“Because that was passed, we put the information, some of that reserve was transferred and added $10,000 to the transportation capital budget. As a result, the contribution to reserve has been decreased by that amount,” she says.

Hayes also mentioned that additional budget discussions had suggested the township undertake a DNSSAB property purchase.

“I think that’s the kind of thing if we move forward and are successful with that project that will be a resolution that council can bring funding out of reserves to do that. I don’t think putting that in the budget this year, not really knowing if its going to happen is really necessary, but there is reserve there if we need it,” she says.

A design was being done for Hay Creek Road, according to Hayes. She said it had been suggested that the snowmobile bridge be taken out, which she pointed out was a maintenance thing they could do as part of the drainage project to be undertaken.

Hayes said sand for the Whitney volleyball court was also available and could be done through the operations budget.

Hayes said that the money for the dry hydrants had been left in the budget.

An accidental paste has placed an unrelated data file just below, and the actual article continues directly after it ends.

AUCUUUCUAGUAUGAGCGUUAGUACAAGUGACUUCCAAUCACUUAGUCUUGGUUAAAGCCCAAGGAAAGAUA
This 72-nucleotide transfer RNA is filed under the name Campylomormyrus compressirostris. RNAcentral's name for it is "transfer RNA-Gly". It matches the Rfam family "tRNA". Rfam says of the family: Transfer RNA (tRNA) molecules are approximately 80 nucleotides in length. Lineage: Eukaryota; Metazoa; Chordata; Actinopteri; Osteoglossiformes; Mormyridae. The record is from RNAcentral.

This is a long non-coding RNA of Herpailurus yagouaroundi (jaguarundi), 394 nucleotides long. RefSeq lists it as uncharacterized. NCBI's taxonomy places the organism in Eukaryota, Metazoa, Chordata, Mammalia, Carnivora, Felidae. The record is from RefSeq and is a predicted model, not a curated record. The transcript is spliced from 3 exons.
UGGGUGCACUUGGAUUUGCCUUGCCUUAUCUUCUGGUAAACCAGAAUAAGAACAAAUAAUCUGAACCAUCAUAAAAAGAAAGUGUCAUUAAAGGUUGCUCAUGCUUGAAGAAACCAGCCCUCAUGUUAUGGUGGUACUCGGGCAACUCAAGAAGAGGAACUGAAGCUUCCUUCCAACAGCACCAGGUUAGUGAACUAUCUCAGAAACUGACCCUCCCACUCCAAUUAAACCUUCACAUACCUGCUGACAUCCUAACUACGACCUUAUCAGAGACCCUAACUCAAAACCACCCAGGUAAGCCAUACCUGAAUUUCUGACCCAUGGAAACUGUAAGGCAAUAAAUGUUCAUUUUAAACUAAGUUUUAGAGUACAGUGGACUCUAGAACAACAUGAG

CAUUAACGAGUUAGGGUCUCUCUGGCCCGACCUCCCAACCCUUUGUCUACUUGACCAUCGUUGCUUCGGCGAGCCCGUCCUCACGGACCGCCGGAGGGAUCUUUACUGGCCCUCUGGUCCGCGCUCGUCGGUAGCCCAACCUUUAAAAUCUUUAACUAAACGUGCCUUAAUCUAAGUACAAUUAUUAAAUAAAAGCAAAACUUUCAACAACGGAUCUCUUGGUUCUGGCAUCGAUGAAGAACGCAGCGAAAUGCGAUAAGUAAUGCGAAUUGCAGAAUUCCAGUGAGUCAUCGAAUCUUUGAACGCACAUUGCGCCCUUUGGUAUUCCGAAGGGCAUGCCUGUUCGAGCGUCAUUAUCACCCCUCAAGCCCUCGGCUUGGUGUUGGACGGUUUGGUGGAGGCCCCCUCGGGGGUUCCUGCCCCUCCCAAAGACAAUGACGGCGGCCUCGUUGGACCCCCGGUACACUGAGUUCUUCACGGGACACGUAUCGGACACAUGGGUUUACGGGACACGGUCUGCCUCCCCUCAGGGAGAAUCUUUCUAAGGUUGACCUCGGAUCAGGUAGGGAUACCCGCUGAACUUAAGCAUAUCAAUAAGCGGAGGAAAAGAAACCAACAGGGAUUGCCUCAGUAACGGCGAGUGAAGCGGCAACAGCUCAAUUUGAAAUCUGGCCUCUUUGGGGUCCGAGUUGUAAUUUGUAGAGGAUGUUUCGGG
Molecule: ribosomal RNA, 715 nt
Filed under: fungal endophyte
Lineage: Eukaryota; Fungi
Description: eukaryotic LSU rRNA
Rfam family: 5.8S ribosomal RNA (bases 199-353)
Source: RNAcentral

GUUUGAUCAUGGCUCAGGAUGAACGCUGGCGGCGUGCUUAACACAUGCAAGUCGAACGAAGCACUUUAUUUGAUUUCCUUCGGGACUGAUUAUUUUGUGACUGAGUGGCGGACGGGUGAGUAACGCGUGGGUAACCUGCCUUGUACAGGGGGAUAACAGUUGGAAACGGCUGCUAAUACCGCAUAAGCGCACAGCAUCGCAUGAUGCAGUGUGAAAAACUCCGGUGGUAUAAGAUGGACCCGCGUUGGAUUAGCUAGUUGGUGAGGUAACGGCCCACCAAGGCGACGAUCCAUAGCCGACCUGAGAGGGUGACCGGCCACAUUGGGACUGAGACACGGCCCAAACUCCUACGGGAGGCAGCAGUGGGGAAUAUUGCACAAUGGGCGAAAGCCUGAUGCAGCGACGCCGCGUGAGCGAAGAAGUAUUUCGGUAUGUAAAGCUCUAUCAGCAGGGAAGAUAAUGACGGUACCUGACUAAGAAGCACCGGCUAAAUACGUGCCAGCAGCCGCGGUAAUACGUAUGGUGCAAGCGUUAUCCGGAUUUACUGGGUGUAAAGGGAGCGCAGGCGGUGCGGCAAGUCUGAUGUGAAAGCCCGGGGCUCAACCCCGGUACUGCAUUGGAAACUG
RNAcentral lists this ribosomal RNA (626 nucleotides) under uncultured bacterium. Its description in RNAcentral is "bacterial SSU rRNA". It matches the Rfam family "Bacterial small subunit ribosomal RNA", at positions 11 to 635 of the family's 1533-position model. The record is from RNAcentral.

“So, we’ll work with council in the next little while to determine the locations of those hydrants. I know councillors have suggestions and good information on where those hydrants should go,” she says.

Hayes said that the road signage project would be included within the roads needs study, and they would also be getting a signage document as part of the whole project.

There had been some interest in some fitness equipment being acquired in Madawaska or turning the baseball diamond in Madawaska into a walking track, according to Hayes.

“We should talk to the people of Madawaska and see what it is they want. Maybe put that out there as a survey to see what people want,” she says.